One or our long term clients remodels homes. He did a lot of higher end remodels for smaller homes. So we helped him to dial down and focus specifically only on higher end remodels. We marketed to this target demographic to establish his niche.
One day, he came storming into our office, madder than a wet hen. He cried,
“You SOB, I just got my income tax bill and I paid more in taxes last year, than I ever made on homes before you came along and screwed things up!”
To which I replied, “I can’t hear you over the hum of your new Escalade, how does your wife like her new white BMW? Tell me about your rental properties. You’re making 5x more than you ever used to make and your sniveling over taxes?”
He stopped in his tracks, and you could see it in his eyes, it was complete paradigm shift for him for the first time.
What are the biggest problems and frustrations you see in your industry?
Typically there are three major accounting nightmares for any business:
- Calculating & processing Payroll
- Calculating & filing various different Tax Returns
- Finding Customers & Clients and knowing who to avoid like the plague.
Our industry is accounting, and our niche is construction accounting.
We have a wide range of clients making $30,000 a year to over $1,000,000 a year. About 80% of contractors do all of their own bookkeeping. The biggest headaches are filing taxes, calculating and processing payroll, doing the paperwork, keeping track of bills, receipts, and documents.
Lots of construction business owners don’t keep track of their accounts payable, accounts receivable, and P&L. They don’t have a system to maximize profits. Typically they deposit their final check after building a home and wonder where all the money went. They overpay on labor, material, and subcontractors.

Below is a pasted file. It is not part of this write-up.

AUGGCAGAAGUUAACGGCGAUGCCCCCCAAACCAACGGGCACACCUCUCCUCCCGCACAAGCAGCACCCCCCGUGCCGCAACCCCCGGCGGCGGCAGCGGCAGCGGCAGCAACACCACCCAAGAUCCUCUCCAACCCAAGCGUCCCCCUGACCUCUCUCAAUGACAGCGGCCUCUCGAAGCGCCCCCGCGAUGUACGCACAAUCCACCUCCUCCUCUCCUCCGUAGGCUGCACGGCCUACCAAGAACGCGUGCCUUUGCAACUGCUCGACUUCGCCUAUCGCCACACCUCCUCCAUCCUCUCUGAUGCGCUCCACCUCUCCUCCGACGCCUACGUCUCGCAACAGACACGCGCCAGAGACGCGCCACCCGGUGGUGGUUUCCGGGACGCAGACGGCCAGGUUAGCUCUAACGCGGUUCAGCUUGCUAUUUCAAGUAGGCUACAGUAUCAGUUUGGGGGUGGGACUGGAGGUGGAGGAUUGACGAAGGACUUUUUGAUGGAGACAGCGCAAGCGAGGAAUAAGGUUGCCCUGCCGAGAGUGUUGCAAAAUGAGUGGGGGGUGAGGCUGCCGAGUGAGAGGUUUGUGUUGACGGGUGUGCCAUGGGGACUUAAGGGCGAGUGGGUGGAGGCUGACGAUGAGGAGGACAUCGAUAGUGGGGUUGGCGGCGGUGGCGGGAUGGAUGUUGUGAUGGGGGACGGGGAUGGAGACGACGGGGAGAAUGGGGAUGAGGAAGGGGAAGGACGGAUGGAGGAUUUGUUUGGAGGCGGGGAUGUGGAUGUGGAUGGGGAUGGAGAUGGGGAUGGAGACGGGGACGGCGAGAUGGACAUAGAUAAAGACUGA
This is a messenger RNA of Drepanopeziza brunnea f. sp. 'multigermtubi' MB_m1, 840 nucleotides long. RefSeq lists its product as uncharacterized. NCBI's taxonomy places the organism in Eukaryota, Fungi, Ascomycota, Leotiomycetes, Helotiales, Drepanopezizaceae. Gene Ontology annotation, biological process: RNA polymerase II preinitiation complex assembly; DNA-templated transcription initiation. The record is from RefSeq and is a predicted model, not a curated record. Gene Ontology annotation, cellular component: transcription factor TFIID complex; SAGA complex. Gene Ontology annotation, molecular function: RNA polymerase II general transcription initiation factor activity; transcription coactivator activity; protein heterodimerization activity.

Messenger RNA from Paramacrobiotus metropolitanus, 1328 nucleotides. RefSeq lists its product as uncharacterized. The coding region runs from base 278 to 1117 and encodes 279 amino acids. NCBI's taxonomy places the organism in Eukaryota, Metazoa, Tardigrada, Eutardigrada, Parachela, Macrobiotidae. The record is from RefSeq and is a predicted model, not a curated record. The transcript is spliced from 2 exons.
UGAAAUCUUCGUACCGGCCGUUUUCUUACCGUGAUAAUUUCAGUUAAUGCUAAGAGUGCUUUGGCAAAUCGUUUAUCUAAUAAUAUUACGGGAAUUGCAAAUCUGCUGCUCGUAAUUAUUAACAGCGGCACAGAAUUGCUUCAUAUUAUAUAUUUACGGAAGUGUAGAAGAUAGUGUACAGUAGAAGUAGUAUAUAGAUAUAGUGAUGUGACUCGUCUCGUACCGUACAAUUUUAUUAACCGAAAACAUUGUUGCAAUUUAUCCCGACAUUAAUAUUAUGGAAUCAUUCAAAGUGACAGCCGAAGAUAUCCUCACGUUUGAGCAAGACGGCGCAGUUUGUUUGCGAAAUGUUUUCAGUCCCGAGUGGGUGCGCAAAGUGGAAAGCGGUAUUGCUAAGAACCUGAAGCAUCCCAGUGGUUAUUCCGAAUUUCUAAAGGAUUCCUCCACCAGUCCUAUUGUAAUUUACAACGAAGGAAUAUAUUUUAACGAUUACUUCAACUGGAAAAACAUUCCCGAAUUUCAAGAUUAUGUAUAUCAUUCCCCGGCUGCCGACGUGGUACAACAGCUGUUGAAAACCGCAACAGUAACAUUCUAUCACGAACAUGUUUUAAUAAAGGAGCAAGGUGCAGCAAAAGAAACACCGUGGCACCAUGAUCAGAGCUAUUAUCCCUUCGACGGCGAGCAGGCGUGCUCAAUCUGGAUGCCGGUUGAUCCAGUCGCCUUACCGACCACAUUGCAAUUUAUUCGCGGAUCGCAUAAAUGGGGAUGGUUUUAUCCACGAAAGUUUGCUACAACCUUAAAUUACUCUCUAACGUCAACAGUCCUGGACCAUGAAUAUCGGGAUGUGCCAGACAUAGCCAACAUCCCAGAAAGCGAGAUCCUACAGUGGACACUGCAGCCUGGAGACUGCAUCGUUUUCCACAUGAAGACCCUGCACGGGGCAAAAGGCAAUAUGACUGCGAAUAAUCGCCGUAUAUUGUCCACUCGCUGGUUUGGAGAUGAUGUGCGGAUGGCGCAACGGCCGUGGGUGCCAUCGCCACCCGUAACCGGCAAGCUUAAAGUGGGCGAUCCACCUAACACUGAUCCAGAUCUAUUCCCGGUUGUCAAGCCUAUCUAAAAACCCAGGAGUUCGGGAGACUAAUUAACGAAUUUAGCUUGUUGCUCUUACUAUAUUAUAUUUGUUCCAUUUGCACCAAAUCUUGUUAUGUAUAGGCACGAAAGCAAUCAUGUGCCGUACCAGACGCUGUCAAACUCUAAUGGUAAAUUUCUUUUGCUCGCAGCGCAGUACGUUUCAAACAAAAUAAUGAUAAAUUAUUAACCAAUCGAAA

The size of a company and revenue is not as important as the net take home profits. A properly run company with annual revenue between $500,000 – $5 million can actually net more profit and equity than most companies that produce between $5-$10 million.
It has everything to do with strategic planning, understanding, and using the correct QuickBooks reports the proper way. There are thousands of different QuickBooks reports and hundreds of add-on software to generate reports; however there are only five Key Performance Reports and a few Job Costing and Job Profitability Reports that will provide what you really need to achieve your goals.
People also need to understand the different categories of accounting.
There is a world of difference between construction accounting and regular accounting.
Generally speaking, about 80% of the accounting pie is retail: dental offices, restaurants, and small businesses.